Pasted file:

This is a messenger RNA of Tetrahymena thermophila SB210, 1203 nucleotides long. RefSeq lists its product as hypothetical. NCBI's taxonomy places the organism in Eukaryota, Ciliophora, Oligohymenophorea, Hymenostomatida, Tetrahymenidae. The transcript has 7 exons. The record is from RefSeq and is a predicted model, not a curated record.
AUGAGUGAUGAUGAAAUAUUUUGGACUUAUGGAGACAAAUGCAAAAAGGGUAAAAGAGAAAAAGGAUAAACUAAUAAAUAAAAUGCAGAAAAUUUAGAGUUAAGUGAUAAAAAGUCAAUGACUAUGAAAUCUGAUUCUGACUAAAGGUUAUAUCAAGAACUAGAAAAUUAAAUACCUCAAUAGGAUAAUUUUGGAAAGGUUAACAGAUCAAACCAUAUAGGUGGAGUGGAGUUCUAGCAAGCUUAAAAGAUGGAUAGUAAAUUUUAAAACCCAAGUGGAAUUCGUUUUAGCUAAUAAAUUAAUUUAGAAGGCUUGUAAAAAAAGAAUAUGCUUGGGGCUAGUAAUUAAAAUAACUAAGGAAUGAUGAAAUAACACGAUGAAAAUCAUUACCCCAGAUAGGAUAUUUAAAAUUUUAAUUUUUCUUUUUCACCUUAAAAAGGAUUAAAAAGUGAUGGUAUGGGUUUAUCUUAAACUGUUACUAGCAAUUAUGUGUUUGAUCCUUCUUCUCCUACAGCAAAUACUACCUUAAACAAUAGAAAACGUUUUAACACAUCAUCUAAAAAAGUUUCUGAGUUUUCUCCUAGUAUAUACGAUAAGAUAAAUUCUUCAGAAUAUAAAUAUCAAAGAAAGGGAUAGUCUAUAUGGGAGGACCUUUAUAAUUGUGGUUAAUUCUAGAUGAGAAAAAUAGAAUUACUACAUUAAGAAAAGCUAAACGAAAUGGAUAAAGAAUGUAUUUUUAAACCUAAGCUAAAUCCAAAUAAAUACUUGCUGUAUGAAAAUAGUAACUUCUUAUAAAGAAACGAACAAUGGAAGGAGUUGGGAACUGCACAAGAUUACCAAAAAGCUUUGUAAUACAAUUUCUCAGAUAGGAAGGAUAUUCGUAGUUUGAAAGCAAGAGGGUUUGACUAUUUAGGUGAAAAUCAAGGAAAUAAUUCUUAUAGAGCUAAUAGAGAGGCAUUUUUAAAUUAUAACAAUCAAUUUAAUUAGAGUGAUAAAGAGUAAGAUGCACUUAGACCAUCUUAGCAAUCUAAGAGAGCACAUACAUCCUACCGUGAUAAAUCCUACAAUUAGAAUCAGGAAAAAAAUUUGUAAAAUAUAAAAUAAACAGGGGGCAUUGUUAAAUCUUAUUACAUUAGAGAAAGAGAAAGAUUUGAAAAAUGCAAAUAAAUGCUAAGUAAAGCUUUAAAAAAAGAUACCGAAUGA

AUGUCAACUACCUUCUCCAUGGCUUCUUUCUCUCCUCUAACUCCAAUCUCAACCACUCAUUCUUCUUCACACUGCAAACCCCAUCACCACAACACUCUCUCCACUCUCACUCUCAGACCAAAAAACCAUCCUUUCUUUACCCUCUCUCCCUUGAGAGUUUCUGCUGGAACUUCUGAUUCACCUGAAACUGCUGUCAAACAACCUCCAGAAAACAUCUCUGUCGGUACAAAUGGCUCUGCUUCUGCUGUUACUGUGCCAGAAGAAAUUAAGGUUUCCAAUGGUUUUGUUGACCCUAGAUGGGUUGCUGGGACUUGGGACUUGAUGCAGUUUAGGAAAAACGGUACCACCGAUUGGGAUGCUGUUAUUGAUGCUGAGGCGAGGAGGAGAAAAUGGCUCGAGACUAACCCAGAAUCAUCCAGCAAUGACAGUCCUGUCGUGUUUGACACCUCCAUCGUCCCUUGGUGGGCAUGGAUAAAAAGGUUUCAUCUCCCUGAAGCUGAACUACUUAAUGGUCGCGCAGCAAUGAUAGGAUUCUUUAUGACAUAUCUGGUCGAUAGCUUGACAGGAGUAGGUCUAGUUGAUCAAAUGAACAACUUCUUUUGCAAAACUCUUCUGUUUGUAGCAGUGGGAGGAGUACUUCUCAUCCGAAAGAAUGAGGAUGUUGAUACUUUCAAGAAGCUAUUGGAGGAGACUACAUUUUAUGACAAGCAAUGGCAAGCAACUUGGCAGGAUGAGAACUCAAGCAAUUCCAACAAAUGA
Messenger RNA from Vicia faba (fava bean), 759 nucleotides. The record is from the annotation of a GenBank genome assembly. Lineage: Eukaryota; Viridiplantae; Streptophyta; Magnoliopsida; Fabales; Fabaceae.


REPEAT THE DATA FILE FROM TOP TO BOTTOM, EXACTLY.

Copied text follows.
This is a messenger RNA of Tetrahymena thermophila SB210, 1203 nucleotides long. RefSeq lists its product as hypothetical. NCBI's taxonomy places the organism in Eukaryota, Ciliophora, Oligohymenophorea, Hymenostomatida, Tetrahymenidae. The transcript has 7 exons. The record is from RefSeq and is a predicted model, not a curated record.
AUGAGUGAUGAUGAAAUAUUUUGGACUUAUGGAGACAAAUGCAAAAAGGGUAAAAGAGAAAAAGGAUAAACUAAUAAAUAAAAUGCAGAAAAUUUAGAGUUAAGUGAUAAAAAGUCAAUGACUAUGAAAUCUGAUUCUGACUAAAGGUUAUAUCAAGAACUAGAAAAUUAAAUACCUCAAUAGGAUAAUUUUGGAAAGGUUAACAGAUCAAACCAUAUAGGUGGAGUGGAGUUCUAGCAAGCUUAAAAGAUGGAUAGUAAAUUUUAAAACCCAAGUGGAAUUCGUUUUAGCUAAUAAAUUAAUUUAGAAGGCUUGUAAAAAAAGAAUAUGCUUGGGGCUAGUAAUUAAAAUAACUAAGGAAUGAUGAAAUAACACGAUGAAAAUCAUUACCCCAGAUAGGAUAUUUAAAAUUUUAAUUUUUCUUUUUCACCUUAAAAAGGAUUAAAAAGUGAUGGUAUGGGUUUAUCUUAAACUGUUACUAGCAAUUAUGUGUUUGAUCCUUCUUCUCCUACAGCAAAUACUACCUUAAACAAUAGAAAACGUUUUAACACAUCAUCUAAAAAAGUUUCUGAGUUUUCUCCUAGUAUAUACGAUAAGAUAAAUUCUUCAGAAUAUAAAUAUCAAAGAAAGGGAUAGUCUAUAUGGGAGGACCUUUAUAAUUGUGGUUAAUUCUAGAUGAGAAAAAUAGAAUUACUACAUUAAGAAAAGCUAAACGAAAUGGAUAAAGAAUGUAUUUUUAAACCUAAGCUAAAUCCAAAUAAAUACUUGCUGUAUGAAAAUAGUAACUUCUUAUAAAGAAACGAACAAUGGAAGGAGUUGGGAACUGCACAAGAUUACCAAAAAGCUUUGUAAUACAAUUUCUCAGAUAGGAAGGAUAUUCGUAGUUUGAAAGCAAGAGGGUUUGACUAUUUAGGUGAAAAUCAAGGAAAUAAUUCUUAUAGAGCUAAUAGAGAGGCAUUUUUAAAUUAUAACAAUCAAUUUAAUUAGAGUGAUAAAGAGUAAGAUGCACUUAGACCAUCUUAGCAAUCUAAGAGAGCACAUACAUCCUACCGUGAUAAAUCCUACAAUUAGAAUCAGGAAAAAAAUUUGUAAAAUAUAAAAUAAACAGGGGGCAUUGUUAAAUCUUAUUACAUUAGAGAAAGAGAAAGAUUUGAAAAAUGCAAAUAAAUGCUAAGUAAAGCUUUAAAAAAAGAUACCGAAUGA

AUGUCAACUACCUUCUCCAUGGCUUCUUUCUCUCCUCUAACUCCAAUCUCAACCACUCAUUCUUCUUCACACUGCAAACCCCAUCACCACAACACUCUCUCCACUCUCACUCUCAGACCAAAAAACCAUCCUUUCUUUACCCUCUCUCCCUUGAGAGUUUCUGCUGGAACUUCUGAUUCACCUGAAACUGCUGUCAAACAACCUCCAGAAAACAUCUCUGUCGGUACAAAUGGCUCUGCUUCUGCUGUUACUGUGCCAGAAGAAAUUAAGGUUUCCAAUGGUUUUGUUGACCCUAGAUGGGUUGCUGGGACUUGGGACUUGAUGCAGUUUAGGAAAAACGGUACCACCGAUUGGGAUGCUGUUAUUGAUGCUGAGGCGAGGAGGAGAAAAUGGCUCGAGACUAACCCAGAAUCAUCCAGCAAUGACAGUCCUGUCGUGUUUGACACCUCCAUCGUCCCUUGGUGGGCAUGGAUAAAAAGGUUUCAUCUCCCUGAAGCUGAACUACUUAAUGGUCGCGCAGCAAUGAUAGGAUUCUUUAUGACAUAUCUGGUCGAUAGCUUGACAGGAGUAGGUCUAGUUGAUCAAAUGAACAACUUCUUUUGCAAAACUCUUCUGUUUGUAGCAGUGGGAGGAGUACUUCUCAUCCGAAAGAAUGAGGAUGUUGAUACUUUCAAGAAGCUAUUGGAGGAGACUACAUUUUAUGACAAGCAAUGGCAAGCAACUUGGCAGGAUGAGAACUCAAGCAAUUCCAACAAAUGA
Messenger RNA from Vicia faba (fava bean), 759 nucleotides. The record is from the annotation of a GenBank genome assembly. Lineage: Eukaryota; Viridiplantae; Streptophyta; Magnoliopsida; Fabales; Fabaceae.